Address and Subjectivity in Postmodern American Poetry
By Ann Keniston
Routledge – 2006 – 172 pages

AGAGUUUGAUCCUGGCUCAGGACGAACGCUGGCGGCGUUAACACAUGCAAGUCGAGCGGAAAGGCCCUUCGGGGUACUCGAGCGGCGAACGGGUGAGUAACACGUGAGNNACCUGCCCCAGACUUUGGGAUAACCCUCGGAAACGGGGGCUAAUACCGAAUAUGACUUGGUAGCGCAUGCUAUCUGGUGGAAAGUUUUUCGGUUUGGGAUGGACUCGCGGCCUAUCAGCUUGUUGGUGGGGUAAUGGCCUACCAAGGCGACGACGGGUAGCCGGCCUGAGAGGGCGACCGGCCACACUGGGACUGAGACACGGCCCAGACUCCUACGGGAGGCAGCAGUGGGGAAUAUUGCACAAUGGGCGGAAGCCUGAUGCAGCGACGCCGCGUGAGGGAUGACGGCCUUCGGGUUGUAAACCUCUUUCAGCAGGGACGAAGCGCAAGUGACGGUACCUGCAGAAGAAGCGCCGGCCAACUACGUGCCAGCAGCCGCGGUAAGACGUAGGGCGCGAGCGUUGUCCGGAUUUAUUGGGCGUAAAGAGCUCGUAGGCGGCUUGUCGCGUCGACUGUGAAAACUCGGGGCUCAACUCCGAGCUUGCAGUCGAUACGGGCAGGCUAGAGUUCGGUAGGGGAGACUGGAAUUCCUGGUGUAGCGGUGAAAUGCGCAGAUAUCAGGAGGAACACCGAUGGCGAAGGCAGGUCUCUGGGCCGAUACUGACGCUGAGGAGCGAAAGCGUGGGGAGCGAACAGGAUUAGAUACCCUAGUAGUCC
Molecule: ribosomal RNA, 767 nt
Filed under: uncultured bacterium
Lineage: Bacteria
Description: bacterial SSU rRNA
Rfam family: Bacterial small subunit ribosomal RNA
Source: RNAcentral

Overheard Voices examines poetic address and in particular apostrophe (the address of absent or inanimate others) in the work of four post-World War II American poets, with a focus on loss, desire, figuration, audience, and subjectivity. By approaching these crucial issues from an unexpected angle--through a study of the seldom-examined lyric "you"--Overheard Voices offers new insight into both contemporary lyric and the lyric genre more generally. The book offers detailed readings of Sylvia Plath, James Merrill, Louise Glück, and Frank Bidart.